Friday, December 05, 2008

Holy Scripture and Authority in the Church

Sometimes I'm asked about where I stand on the doctrine of the "inerrancy" of Scripture. As a Catholic Christian - specifically an Anglican, I have philosophical problems when I try to interact with the 1977 Chicago Statement on Biblical Inerrancy. Here's what I can say.

I read and meditate daily upon the Bible, usually in the context of the Daily Office, and often in a practice of Lectio. My reading of the Scriptures continually guides me in understanding my own life within the larger story of God's salvation of the world and ongoing creation of his Church. In reading, marking, learning, and inwardly digesting the Scriptures, I am challenged and directed to grow more deeply into the likeness of Jesus Christ, and to give glory to the Father, empowered by the Spirit.

A discussion of the authority of Scripture is essentially shorthand for how God exercises his authority in the Church through Sacred Scripture.* The canonical Scriptures represent the theological basis for all development in the Church's teaching and piety, and as a "norming norm," it also critiques the faithfulness of those developments in terms of their fidelity to the person and work of Jesus Christ, the head of the Church. The biblical narrative offers the story of the triune God who created and loves the world, and seeks to save it through the Incarnation, the Atonement, and the sending of the Church which began at Pentecost. This narrative guides the Church in its faithfulness to this mission. The authority of the New Testament is expressed wonderfully in a statement from the bishops gathered at Lambeth in 1958:
"The church is not over the holy scriptures, but under them, in the sense that the process of canonization was not one whereby the church conferred authority on the books, but one whereby the church acknowledged them to possess authority. And why? The books were recognized as giving the witness of the apostles to the life, teaching, death and resurrection of the Lord, and the interpretation by the apostles of these events. To that apostolic authority the church must ever bow.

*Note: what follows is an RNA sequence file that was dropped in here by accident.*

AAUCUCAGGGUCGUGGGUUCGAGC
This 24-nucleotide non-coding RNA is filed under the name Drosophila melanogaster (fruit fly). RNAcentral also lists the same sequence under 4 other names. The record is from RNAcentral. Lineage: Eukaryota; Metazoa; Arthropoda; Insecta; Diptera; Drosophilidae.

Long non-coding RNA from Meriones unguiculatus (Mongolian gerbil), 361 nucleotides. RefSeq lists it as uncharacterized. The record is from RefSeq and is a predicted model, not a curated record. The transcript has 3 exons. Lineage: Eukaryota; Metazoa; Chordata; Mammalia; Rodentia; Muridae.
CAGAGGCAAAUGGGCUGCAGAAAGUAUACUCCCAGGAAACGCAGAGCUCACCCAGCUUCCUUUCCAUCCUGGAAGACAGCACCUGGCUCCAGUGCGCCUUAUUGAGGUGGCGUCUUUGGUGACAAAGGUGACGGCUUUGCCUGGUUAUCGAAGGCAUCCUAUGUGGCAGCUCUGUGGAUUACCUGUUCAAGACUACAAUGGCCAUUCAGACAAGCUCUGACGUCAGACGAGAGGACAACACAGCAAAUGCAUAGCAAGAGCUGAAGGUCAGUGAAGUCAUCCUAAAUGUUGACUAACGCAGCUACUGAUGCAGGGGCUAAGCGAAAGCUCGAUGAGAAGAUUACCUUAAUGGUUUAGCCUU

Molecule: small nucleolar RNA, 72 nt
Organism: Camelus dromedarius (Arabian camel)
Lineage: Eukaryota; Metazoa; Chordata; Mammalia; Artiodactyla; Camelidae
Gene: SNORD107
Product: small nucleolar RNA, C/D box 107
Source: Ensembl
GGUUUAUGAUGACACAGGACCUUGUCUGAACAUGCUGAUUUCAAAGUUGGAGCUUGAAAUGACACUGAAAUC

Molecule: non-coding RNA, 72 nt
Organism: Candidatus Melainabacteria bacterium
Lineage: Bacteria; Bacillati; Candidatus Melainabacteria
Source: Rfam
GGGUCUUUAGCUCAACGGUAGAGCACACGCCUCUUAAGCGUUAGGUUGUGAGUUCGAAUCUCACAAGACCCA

Jesus Christ himself is the mediator and fullness of all revelation, and the New Testament authoritatively offers the apostolic witness to that revelation, from which we may never deviate. The Scriptures teach faithfully and without error that truth which God wished them to contain. As God sends his Church into the the world on mission, he continually calls us to receive afresh that apostolic testimony.

*See N.T. Wright's little book, Scripture and the Authority of God, or in the US, The Last Word.

Wednesday, December 03, 2008

Thinking about Mission

Two questions about mission... any takers?
  1. What are the riskiest ventures you see being taken to incarnate the Gospel in a particular milieu, rather than attract people to "church programs"?

  2. Where and how are our people working as missionaries to the undereducated, working class, or poor? What are some contexts in which Anglican missioners are faithfully preaching the gospel and engaging the poor in the worship of God?
Regarding the first question, some of my readers will be familiar with the distinction increasingly made in discussions about Christian mission, between "attractional" and "incarnational" practices of mission. In models of the former persuasion, people set up an attractive program that strangers will find attractive. Normal practices of this might include a "contemporary" worship service designed for people who would otherwise "find church boring," billboard ads, or giveaways. An incarnational model entails befriending people and teaching the gospel from in inside rather than on the outside of a social group.

Regarding the second, Anglicanism in North America finds much of its natural affinity with more educated populations. That's not necessarily awesome.